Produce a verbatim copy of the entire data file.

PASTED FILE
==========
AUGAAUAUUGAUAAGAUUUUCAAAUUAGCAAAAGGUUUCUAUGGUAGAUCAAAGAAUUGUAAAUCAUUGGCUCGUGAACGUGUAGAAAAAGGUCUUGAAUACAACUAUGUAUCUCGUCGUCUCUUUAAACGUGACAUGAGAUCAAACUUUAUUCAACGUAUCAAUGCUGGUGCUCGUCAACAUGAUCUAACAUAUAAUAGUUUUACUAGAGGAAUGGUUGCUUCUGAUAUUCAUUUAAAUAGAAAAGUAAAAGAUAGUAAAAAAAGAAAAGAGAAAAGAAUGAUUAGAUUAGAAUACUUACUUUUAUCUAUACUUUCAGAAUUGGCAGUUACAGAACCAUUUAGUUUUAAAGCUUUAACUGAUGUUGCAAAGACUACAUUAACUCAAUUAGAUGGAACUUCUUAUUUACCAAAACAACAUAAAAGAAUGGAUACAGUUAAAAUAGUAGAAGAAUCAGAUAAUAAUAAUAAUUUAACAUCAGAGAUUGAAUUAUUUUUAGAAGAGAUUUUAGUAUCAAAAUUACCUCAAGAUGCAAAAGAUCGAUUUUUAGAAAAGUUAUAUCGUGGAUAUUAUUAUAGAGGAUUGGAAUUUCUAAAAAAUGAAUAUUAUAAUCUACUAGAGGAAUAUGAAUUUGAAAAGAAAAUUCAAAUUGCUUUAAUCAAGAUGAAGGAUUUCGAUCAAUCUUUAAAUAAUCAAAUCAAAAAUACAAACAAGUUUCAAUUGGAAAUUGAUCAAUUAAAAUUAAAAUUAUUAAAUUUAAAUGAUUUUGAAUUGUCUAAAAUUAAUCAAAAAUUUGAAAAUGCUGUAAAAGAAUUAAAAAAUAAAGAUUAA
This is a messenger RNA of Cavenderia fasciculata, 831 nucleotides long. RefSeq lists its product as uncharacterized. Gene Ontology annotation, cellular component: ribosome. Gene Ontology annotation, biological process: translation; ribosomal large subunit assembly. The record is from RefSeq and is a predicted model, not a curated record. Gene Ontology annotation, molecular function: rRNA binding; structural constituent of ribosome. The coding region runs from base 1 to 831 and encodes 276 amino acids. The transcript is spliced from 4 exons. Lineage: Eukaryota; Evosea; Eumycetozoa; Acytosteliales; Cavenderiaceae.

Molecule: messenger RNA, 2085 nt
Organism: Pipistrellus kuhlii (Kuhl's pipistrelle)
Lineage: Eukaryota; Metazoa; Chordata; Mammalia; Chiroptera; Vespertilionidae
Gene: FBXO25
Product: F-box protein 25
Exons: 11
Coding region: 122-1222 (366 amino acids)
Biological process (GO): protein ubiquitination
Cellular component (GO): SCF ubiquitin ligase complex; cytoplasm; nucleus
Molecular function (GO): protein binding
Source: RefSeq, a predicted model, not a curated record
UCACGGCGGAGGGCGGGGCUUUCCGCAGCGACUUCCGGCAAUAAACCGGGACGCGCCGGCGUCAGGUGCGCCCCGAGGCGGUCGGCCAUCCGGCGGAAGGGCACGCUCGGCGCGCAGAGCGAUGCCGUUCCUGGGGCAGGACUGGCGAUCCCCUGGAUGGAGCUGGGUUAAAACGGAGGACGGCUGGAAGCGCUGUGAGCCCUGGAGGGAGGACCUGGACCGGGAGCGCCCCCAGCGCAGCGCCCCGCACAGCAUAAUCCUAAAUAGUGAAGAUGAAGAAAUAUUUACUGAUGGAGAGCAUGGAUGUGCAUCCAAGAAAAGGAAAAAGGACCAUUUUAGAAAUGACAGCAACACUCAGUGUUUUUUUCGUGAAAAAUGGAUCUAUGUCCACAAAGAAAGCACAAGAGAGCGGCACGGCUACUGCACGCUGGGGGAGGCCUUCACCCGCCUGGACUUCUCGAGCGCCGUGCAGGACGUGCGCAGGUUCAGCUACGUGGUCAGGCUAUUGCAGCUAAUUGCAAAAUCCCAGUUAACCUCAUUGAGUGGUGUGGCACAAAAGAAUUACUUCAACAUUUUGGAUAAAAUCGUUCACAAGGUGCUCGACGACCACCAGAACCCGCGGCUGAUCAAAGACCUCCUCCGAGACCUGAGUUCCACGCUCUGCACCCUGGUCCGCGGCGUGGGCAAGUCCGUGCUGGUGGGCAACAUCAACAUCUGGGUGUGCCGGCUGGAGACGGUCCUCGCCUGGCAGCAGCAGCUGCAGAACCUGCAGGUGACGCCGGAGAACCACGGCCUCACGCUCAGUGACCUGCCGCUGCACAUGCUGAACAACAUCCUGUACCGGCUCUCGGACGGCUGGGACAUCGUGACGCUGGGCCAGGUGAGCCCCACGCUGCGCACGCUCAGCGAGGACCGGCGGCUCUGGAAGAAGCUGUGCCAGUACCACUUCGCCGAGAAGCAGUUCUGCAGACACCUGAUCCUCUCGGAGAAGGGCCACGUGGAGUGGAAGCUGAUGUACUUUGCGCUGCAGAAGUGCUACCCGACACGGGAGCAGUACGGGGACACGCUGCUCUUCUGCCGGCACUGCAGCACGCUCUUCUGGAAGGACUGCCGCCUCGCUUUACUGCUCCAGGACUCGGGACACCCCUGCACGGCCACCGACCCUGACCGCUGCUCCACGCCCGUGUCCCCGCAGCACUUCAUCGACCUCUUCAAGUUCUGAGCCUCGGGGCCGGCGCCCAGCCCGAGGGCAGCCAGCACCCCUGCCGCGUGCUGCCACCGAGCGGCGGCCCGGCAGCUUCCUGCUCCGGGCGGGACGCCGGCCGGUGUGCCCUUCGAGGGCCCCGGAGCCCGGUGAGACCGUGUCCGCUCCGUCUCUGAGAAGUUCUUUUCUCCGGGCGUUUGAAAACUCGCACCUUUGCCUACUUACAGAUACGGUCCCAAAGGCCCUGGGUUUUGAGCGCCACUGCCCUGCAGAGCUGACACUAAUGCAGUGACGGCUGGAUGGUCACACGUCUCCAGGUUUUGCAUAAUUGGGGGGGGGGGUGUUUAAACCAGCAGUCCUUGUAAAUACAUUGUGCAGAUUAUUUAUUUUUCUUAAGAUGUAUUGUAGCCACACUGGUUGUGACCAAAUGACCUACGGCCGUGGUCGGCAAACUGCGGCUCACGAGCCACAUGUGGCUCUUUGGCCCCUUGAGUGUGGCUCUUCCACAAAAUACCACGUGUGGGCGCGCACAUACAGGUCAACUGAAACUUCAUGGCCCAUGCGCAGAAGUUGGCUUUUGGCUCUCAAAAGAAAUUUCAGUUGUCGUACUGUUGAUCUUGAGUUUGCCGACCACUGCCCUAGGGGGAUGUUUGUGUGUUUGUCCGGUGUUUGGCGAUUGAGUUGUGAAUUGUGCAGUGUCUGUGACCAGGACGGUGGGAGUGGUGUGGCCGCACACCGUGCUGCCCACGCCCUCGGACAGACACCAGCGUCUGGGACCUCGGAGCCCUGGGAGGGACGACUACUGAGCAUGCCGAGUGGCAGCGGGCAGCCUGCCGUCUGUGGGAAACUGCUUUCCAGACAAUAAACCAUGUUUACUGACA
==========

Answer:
AUGAAUAUUGAUAAGAUUUUCAAAUUAGCAAAAGGUUUCUAUGGUAGAUCAAAGAAUUGUAAAUCAUUGGCUCGUGAACGUGUAGAAAAAGGUCUUGAAUACAACUAUGUAUCUCGUCGUCUCUUUAAACGUGACAUGAGAUCAAACUUUAUUCAACGUAUCAAUGCUGGUGCUCGUCAACAUGAUCUAACAUAUAAUAGUUUUACUAGAGGAAUGGUUGCUUCUGAUAUUCAUUUAAAUAGAAAAGUAAAAGAUAGUAAAAAAAGAAAAGAGAAAAGAAUGAUUAGAUUAGAAUACUUACUUUUAUCUAUACUUUCAGAAUUGGCAGUUACAGAACCAUUUAGUUUUAAAGCUUUAACUGAUGUUGCAAAGACUACAUUAACUCAAUUAGAUGGAACUUCUUAUUUACCAAAACAACAUAAAAGAAUGGAUACAGUUAAAAUAGUAGAAGAAUCAGAUAAUAAUAAUAAUUUAACAUCAGAGAUUGAAUUAUUUUUAGAAGAGAUUUUAGUAUCAAAAUUACCUCAAGAUGCAAAAGAUCGAUUUUUAGAAAAGUUAUAUCGUGGAUAUUAUUAUAGAGGAUUGGAAUUUCUAAAAAAUGAAUAUUAUAAUCUACUAGAGGAAUAUGAAUUUGAAAAGAAAAUUCAAAUUGCUUUAAUCAAGAUGAAGGAUUUCGAUCAAUCUUUAAAUAAUCAAAUCAAAAAUACAAACAAGUUUCAAUUGGAAAUUGAUCAAUUAAAAUUAAAAUUAUUAAAUUUAAAUGAUUUUGAAUUGUCUAAAAUUAAUCAAAAAUUUGAAAAUGCUGUAAAAGAAUUAAAAAAUAAAGAUUAA
This is a messenger RNA of Cavenderia fasciculata, 831 nucleotides long. RefSeq lists its product as uncharacterized. Gene Ontology annotation, cellular component: ribosome. Gene Ontology annotation, biological process: translation; ribosomal large subunit assembly. The record is from RefSeq and is a predicted model, not a curated record. Gene Ontology annotation, molecular function: rRNA binding; structural constituent of ribosome. The coding region runs from base 1 to 831 and encodes 276 amino acids. The transcript is spliced from 4 exons. Lineage: Eukaryota; Evosea; Eumycetozoa; Acytosteliales; Cavenderiaceae.

Molecule: messenger RNA, 2085 nt
Organism: Pipistrellus kuhlii (Kuhl's pipistrelle)
Lineage: Eukaryota; Metazoa; Chordata; Mammalia; Chiroptera; Vespertilionidae
Gene: FBXO25
Product: F-box protein 25
Exons: 11
Coding region: 122-1222 (366 amino acids)
Biological process (GO): protein ubiquitination
Cellular component (GO): SCF ubiquitin ligase complex; cytoplasm; nucleus
Molecular function (GO): protein binding
Source: RefSeq, a predicted model, not a curated record
UCACGGCGGAGGGCGGGGCUUUCCGCAGCGACUUCCGGCAAUAAACCGGGACGCGCCGGCGUCAGGUGCGCCCCGAGGCGGUCGGCCAUCCGGCGGAAGGGCACGCUCGGCGCGCAGAGCGAUGCCGUUCCUGGGGCAGGACUGGCGAUCCCCUGGAUGGAGCUGGGUUAAAACGGAGGACGGCUGGAAGCGCUGUGAGCCCUGGAGGGAGGACCUGGACCGGGAGCGCCCCCAGCGCAGCGCCCCGCACAGCAUAAUCCUAAAUAGUGAAGAUGAAGAAAUAUUUACUGAUGGAGAGCAUGGAUGUGCAUCCAAGAAAAGGAAAAAGGACCAUUUUAGAAAUGACAGCAACACUCAGUGUUUUUUUCGUGAAAAAUGGAUCUAUGUCCACAAAGAAAGCACAAGAGAGCGGCACGGCUACUGCACGCUGGGGGAGGCCUUCACCCGCCUGGACUUCUCGAGCGCCGUGCAGGACGUGCGCAGGUUCAGCUACGUGGUCAGGCUAUUGCAGCUAAUUGCAAAAUCCCAGUUAACCUCAUUGAGUGGUGUGGCACAAAAGAAUUACUUCAACAUUUUGGAUAAAAUCGUUCACAAGGUGCUCGACGACCACCAGAACCCGCGGCUGAUCAAAGACCUCCUCCGAGACCUGAGUUCCACGCUCUGCACCCUGGUCCGCGGCGUGGGCAAGUCCGUGCUGGUGGGCAACAUCAACAUCUGGGUGUGCCGGCUGGAGACGGUCCUCGCCUGGCAGCAGCAGCUGCAGAACCUGCAGGUGACGCCGGAGAACCACGGCCUCACGCUCAGUGACCUGCCGCUGCACAUGCUGAACAACAUCCUGUACCGGCUCUCGGACGGCUGGGACAUCGUGACGCUGGGCCAGGUGAGCCCCACGCUGCGCACGCUCAGCGAGGACCGGCGGCUCUGGAAGAAGCUGUGCCAGUACCACUUCGCCGAGAAGCAGUUCUGCAGACACCUGAUCCUCUCGGAGAAGGGCCACGUGGAGUGGAAGCUGAUGUACUUUGCGCUGCAGAAGUGCUACCCGACACGGGAGCAGUACGGGGACACGCUGCUCUUCUGCCGGCACUGCAGCACGCUCUUCUGGAAGGACUGCCGCCUCGCUUUACUGCUCCAGGACUCGGGACACCCCUGCACGGCCACCGACCCUGACCGCUGCUCCACGCCCGUGUCCCCGCAGCACUUCAUCGACCUCUUCAAGUUCUGAGCCUCGGGGCCGGCGCCCAGCCCGAGGGCAGCCAGCACCCCUGCCGCGUGCUGCCACCGAGCGGCGGCCCGGCAGCUUCCUGCUCCGGGCGGGACGCCGGCCGGUGUGCCCUUCGAGGGCCCCGGAGCCCGGUGAGACCGUGUCCGCUCCGUCUCUGAGAAGUUCUUUUCUCCGGGCGUUUGAAAACUCGCACCUUUGCCUACUUACAGAUACGGUCCCAAAGGCCCUGGGUUUUGAGCGCCACUGCCCUGCAGAGCUGACACUAAUGCAGUGACGGCUGGAUGGUCACACGUCUCCAGGUUUUGCAUAAUUGGGGGGGGGGGUGUUUAAACCAGCAGUCCUUGUAAAUACAUUGUGCAGAUUAUUUAUUUUUCUUAAGAUGUAUUGUAGCCACACUGGUUGUGACCAAAUGACCUACGGCCGUGGUCGGCAAACUGCGGCUCACGAGCCACAUGUGGCUCUUUGGCCCCUUGAGUGUGGCUCUUCCACAAAAUACCACGUGUGGGCGCGCACAUACAGGUCAACUGAAACUUCAUGGCCCAUGCGCAGAAGUUGGCUUUUGGCUCUCAAAAGAAAUUUCAGUUGUCGUACUGUUGAUCUUGAGUUUGCCGACCACUGCCCUAGGGGGAUGUUUGUGUGUUUGUCCGGUGUUUGGCGAUUGAGUUGUGAAUUGUGCAGUGUCUGUGACCAGGACGGUGGGAGUGGUGUGGCCGCACACCGUGCUGCCCACGCCCUCGGACAGACACCAGCGUCUGGGACCUCGGAGCCCUGGGAGGGACGACUACUGAGCAUGCCGAGUGGCAGCGGGCAGCCUGCCGUCUGUGGGAAACUGCUUUCCAGACAAUAAACCAUGUUUACUGACA